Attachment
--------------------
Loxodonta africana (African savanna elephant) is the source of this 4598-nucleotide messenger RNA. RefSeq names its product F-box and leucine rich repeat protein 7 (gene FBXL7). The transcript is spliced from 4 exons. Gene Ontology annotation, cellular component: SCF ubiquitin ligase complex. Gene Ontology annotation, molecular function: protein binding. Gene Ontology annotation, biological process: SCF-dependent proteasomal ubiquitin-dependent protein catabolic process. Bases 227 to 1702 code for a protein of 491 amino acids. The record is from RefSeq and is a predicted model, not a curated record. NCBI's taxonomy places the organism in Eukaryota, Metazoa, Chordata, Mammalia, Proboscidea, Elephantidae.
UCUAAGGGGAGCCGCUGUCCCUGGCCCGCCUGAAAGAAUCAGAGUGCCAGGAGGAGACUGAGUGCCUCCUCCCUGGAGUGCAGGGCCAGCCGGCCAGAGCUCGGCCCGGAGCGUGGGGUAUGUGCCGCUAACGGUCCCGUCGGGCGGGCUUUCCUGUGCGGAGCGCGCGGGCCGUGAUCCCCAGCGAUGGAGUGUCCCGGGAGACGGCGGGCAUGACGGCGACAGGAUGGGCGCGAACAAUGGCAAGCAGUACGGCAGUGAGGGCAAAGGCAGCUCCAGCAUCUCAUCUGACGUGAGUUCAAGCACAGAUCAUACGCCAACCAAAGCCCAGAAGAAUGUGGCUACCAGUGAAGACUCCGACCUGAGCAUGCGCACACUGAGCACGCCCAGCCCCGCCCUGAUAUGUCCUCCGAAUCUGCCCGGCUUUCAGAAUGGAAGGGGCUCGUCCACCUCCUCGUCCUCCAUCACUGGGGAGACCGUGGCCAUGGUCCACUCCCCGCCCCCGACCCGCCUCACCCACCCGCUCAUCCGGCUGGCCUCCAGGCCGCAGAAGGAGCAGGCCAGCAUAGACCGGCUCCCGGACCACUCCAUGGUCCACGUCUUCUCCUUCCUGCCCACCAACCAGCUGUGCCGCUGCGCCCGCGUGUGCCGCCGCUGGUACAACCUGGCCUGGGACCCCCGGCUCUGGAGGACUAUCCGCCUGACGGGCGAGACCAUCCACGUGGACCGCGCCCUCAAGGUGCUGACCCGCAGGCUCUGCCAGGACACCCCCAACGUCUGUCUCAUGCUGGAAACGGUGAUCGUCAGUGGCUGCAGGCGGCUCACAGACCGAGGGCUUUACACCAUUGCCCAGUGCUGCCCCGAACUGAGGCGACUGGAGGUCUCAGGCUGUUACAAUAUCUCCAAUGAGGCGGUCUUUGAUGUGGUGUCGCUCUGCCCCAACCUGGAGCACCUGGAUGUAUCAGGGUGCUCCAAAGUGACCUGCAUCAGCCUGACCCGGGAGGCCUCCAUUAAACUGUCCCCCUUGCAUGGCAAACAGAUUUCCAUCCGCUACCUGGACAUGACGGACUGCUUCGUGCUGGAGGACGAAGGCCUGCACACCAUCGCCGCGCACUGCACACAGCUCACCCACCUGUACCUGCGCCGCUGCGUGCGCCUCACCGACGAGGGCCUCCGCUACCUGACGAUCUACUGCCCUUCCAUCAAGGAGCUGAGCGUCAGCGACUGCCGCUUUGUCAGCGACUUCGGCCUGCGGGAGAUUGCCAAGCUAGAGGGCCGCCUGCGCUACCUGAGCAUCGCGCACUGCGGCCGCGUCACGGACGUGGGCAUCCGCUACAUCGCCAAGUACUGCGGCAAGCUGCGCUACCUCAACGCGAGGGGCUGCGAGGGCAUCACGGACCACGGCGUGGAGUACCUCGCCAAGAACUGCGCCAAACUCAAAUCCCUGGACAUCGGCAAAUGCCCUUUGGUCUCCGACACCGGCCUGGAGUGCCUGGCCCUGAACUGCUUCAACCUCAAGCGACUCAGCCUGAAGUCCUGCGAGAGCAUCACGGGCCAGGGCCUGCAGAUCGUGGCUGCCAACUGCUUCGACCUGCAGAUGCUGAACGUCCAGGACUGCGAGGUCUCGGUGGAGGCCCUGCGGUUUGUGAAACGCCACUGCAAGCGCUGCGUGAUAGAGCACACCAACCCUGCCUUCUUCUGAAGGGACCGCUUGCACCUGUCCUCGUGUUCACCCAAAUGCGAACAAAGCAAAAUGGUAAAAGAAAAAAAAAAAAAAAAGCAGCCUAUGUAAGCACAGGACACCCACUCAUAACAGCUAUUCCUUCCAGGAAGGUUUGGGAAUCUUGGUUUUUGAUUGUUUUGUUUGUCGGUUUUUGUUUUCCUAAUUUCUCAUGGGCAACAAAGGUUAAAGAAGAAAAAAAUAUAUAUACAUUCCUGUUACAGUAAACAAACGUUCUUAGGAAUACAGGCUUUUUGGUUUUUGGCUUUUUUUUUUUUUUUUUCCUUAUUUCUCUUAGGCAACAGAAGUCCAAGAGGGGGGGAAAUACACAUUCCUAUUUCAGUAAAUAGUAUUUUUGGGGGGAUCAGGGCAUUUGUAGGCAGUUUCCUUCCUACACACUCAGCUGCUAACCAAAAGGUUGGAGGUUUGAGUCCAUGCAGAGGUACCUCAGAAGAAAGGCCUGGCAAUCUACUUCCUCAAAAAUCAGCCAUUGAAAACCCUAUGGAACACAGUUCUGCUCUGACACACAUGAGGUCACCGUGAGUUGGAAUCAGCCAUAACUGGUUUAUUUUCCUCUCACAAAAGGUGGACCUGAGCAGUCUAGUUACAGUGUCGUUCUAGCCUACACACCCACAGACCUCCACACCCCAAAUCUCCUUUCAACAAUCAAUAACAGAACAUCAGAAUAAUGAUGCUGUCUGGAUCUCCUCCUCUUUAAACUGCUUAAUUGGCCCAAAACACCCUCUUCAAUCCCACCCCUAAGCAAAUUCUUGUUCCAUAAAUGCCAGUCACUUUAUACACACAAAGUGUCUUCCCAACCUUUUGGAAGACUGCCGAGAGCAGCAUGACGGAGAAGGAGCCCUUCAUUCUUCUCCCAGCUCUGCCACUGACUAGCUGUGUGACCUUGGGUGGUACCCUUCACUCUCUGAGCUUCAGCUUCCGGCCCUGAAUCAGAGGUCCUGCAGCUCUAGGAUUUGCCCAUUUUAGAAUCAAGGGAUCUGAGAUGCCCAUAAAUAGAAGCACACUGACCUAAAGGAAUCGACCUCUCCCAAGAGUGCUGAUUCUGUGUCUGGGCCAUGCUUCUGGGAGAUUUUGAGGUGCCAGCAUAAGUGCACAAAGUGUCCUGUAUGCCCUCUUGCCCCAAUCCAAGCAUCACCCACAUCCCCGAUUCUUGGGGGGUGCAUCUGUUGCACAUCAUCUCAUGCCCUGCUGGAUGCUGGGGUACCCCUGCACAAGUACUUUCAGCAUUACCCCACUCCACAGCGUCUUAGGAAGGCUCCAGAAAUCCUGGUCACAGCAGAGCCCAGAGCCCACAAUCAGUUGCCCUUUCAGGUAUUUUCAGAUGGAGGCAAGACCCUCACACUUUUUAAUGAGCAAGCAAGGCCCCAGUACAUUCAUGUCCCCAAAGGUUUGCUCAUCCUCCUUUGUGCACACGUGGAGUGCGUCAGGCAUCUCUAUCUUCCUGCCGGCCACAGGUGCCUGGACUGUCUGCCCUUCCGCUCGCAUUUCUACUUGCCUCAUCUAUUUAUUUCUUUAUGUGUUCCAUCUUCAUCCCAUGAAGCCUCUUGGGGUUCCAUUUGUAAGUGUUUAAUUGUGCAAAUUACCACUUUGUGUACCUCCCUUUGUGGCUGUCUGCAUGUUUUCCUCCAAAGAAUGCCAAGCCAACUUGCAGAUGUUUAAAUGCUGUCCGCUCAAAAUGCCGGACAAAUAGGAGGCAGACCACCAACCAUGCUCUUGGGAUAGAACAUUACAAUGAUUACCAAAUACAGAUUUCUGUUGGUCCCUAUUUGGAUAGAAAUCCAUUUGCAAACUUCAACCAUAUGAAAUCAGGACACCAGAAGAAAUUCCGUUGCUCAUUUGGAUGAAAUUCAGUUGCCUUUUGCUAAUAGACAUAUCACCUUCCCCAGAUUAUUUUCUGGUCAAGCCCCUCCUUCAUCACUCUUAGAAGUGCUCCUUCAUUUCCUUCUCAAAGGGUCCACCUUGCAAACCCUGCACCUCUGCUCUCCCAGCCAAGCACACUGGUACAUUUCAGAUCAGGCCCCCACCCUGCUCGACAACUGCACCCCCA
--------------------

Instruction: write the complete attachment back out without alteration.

Loxodonta africana (African savanna elephant) is the source of this 4598-nucleotide messenger RNA. RefSeq names its product F-box and leucine rich repeat protein 7 (gene FBXL7). The transcript is spliced from 4 exons. Gene Ontology annotation, cellular component: SCF ubiquitin ligase complex. Gene Ontology annotation, molecular function: protein binding. Gene Ontology annotation, biological process: SCF-dependent proteasomal ubiquitin-dependent protein catabolic process. Bases 227 to 1702 code for a protein of 491 amino acids. The record is from RefSeq and is a predicted model, not a curated record. NCBI's taxonomy places the organism in Eukaryota, Metazoa, Chordata, Mammalia, Proboscidea, Elephantidae.
UCUAAGGGGAGCCGCUGUCCCUGGCCCGCCUGAAAGAAUCAGAGUGCCAGGAGGAGACUGAGUGCCUCCUCCCUGGAGUGCAGGGCCAGCCGGCCAGAGCUCGGCCCGGAGCGUGGGGUAUGUGCCGCUAACGGUCCCGUCGGGCGGGCUUUCCUGUGCGGAGCGCGCGGGCCGUGAUCCCCAGCGAUGGAGUGUCCCGGGAGACGGCGGGCAUGACGGCGACAGGAUGGGCGCGAACAAUGGCAAGCAGUACGGCAGUGAGGGCAAAGGCAGCUCCAGCAUCUCAUCUGACGUGAGUUCAAGCACAGAUCAUACGCCAACCAAAGCCCAGAAGAAUGUGGCUACCAGUGAAGACUCCGACCUGAGCAUGCGCACACUGAGCACGCCCAGCCCCGCCCUGAUAUGUCCUCCGAAUCUGCCCGGCUUUCAGAAUGGAAGGGGCUCGUCCACCUCCUCGUCCUCCAUCACUGGGGAGACCGUGGCCAUGGUCCACUCCCCGCCCCCGACCCGCCUCACCCACCCGCUCAUCCGGCUGGCCUCCAGGCCGCAGAAGGAGCAGGCCAGCAUAGACCGGCUCCCGGACCACUCCAUGGUCCACGUCUUCUCCUUCCUGCCCACCAACCAGCUGUGCCGCUGCGCCCGCGUGUGCCGCCGCUGGUACAACCUGGCCUGGGACCCCCGGCUCUGGAGGACUAUCCGCCUGACGGGCGAGACCAUCCACGUGGACCGCGCCCUCAAGGUGCUGACCCGCAGGCUCUGCCAGGACACCCCCAACGUCUGUCUCAUGCUGGAAACGGUGAUCGUCAGUGGCUGCAGGCGGCUCACAGACCGAGGGCUUUACACCAUUGCCCAGUGCUGCCCCGAACUGAGGCGACUGGAGGUCUCAGGCUGUUACAAUAUCUCCAAUGAGGCGGUCUUUGAUGUGGUGUCGCUCUGCCCCAACCUGGAGCACCUGGAUGUAUCAGGGUGCUCCAAAGUGACCUGCAUCAGCCUGACCCGGGAGGCCUCCAUUAAACUGUCCCCCUUGCAUGGCAAACAGAUUUCCAUCCGCUACCUGGACAUGACGGACUGCUUCGUGCUGGAGGACGAAGGCCUGCACACCAUCGCCGCGCACUGCACACAGCUCACCCACCUGUACCUGCGCCGCUGCGUGCGCCUCACCGACGAGGGCCUCCGCUACCUGACGAUCUACUGCCCUUCCAUCAAGGAGCUGAGCGUCAGCGACUGCCGCUUUGUCAGCGACUUCGGCCUGCGGGAGAUUGCCAAGCUAGAGGGCCGCCUGCGCUACCUGAGCAUCGCGCACUGCGGCCGCGUCACGGACGUGGGCAUCCGCUACAUCGCCAAGUACUGCGGCAAGCUGCGCUACCUCAACGCGAGGGGCUGCGAGGGCAUCACGGACCACGGCGUGGAGUACCUCGCCAAGAACUGCGCCAAACUCAAAUCCCUGGACAUCGGCAAAUGCCCUUUGGUCUCCGACACCGGCCUGGAGUGCCUGGCCCUGAACUGCUUCAACCUCAAGCGACUCAGCCUGAAGUCCUGCGAGAGCAUCACGGGCCAGGGCCUGCAGAUCGUGGCUGCCAACUGCUUCGACCUGCAGAUGCUGAACGUCCAGGACUGCGAGGUCUCGGUGGAGGCCCUGCGGUUUGUGAAACGCCACUGCAAGCGCUGCGUGAUAGAGCACACCAACCCUGCCUUCUUCUGAAGGGACCGCUUGCACCUGUCCUCGUGUUCACCCAAAUGCGAACAAAGCAAAAUGGUAAAAGAAAAAAAAAAAAAAAAGCAGCCUAUGUAAGCACAGGACACCCACUCAUAACAGCUAUUCCUUCCAGGAAGGUUUGGGAAUCUUGGUUUUUGAUUGUUUUGUUUGUCGGUUUUUGUUUUCCUAAUUUCUCAUGGGCAACAAAGGUUAAAGAAGAAAAAAAUAUAUAUACAUUCCUGUUACAGUAAACAAACGUUCUUAGGAAUACAGGCUUUUUGGUUUUUGGCUUUUUUUUUUUUUUUUUCCUUAUUUCUCUUAGGCAACAGAAGUCCAAGAGGGGGGGAAAUACACAUUCCUAUUUCAGUAAAUAGUAUUUUUGGGGGGAUCAGGGCAUUUGUAGGCAGUUUCCUUCCUACACACUCAGCUGCUAACCAAAAGGUUGGAGGUUUGAGUCCAUGCAGAGGUACCUCAGAAGAAAGGCCUGGCAAUCUACUUCCUCAAAAAUCAGCCAUUGAAAACCCUAUGGAACACAGUUCUGCUCUGACACACAUGAGGUCACCGUGAGUUGGAAUCAGCCAUAACUGGUUUAUUUUCCUCUCACAAAAGGUGGACCUGAGCAGUCUAGUUACAGUGUCGUUCUAGCCUACACACCCACAGACCUCCACACCCCAAAUCUCCUUUCAACAAUCAAUAACAGAACAUCAGAAUAAUGAUGCUGUCUGGAUCUCCUCCUCUUUAAACUGCUUAAUUGGCCCAAAACACCCUCUUCAAUCCCACCCCUAAGCAAAUUCUUGUUCCAUAAAUGCCAGUCACUUUAUACACACAAAGUGUCUUCCCAACCUUUUGGAAGACUGCCGAGAGCAGCAUGACGGAGAAGGAGCCCUUCAUUCUUCUCCCAGCUCUGCCACUGACUAGCUGUGUGACCUUGGGUGGUACCCUUCACUCUCUGAGCUUCAGCUUCCGGCCCUGAAUCAGAGGUCCUGCAGCUCUAGGAUUUGCCCAUUUUAGAAUCAAGGGAUCUGAGAUGCCCAUAAAUAGAAGCACACUGACCUAAAGGAAUCGACCUCUCCCAAGAGUGCUGAUUCUGUGUCUGGGCCAUGCUUCUGGGAGAUUUUGAGGUGCCAGCAUAAGUGCACAAAGUGUCCUGUAUGCCCUCUUGCCCCAAUCCAAGCAUCACCCACAUCCCCGAUUCUUGGGGGGUGCAUCUGUUGCACAUCAUCUCAUGCCCUGCUGGAUGCUGGGGUACCCCUGCACAAGUACUUUCAGCAUUACCCCACUCCACAGCGUCUUAGGAAGGCUCCAGAAAUCCUGGUCACAGCAGAGCCCAGAGCCCACAAUCAGUUGCCCUUUCAGGUAUUUUCAGAUGGAGGCAAGACCCUCACACUUUUUAAUGAGCAAGCAAGGCCCCAGUACAUUCAUGUCCCCAAAGGUUUGCUCAUCCUCCUUUGUGCACACGUGGAGUGCGUCAGGCAUCUCUAUCUUCCUGCCGGCCACAGGUGCCUGGACUGUCUGCCCUUCCGCUCGCAUUUCUACUUGCCUCAUCUAUUUAUUUCUUUAUGUGUUCCAUCUUCAUCCCAUGAAGCCUCUUGGGGUUCCAUUUGUAAGUGUUUAAUUGUGCAAAUUACCACUUUGUGUACCUCCCUUUGUGGCUGUCUGCAUGUUUUCCUCCAAAGAAUGCCAAGCCAACUUGCAGAUGUUUAAAUGCUGUCCGCUCAAAAUGCCGGACAAAUAGGAGGCAGACCACCAACCAUGCUCUUGGGAUAGAACAUUACAAUGAUUACCAAAUACAGAUUUCUGUUGGUCCCUAUUUGGAUAGAAAUCCAUUUGCAAACUUCAACCAUAUGAAAUCAGGACACCAGAAGAAAUUCCGUUGCUCAUUUGGAUGAAAUUCAGUUGCCUUUUGCUAAUAGACAUAUCACCUUCCCCAGAUUAUUUUCUGGUCAAGCCCCUCCUUCAUCACUCUUAGAAGUGCUCCUUCAUUUCCUUCUCAAAGGGUCCACCUUGCAAACCCUGCACCUCUGCUCUCCCAGCCAAGCACACUGGUACAUUUCAGAUCAGGCCCCCACCCUGCUCGACAACUGCACCCCCA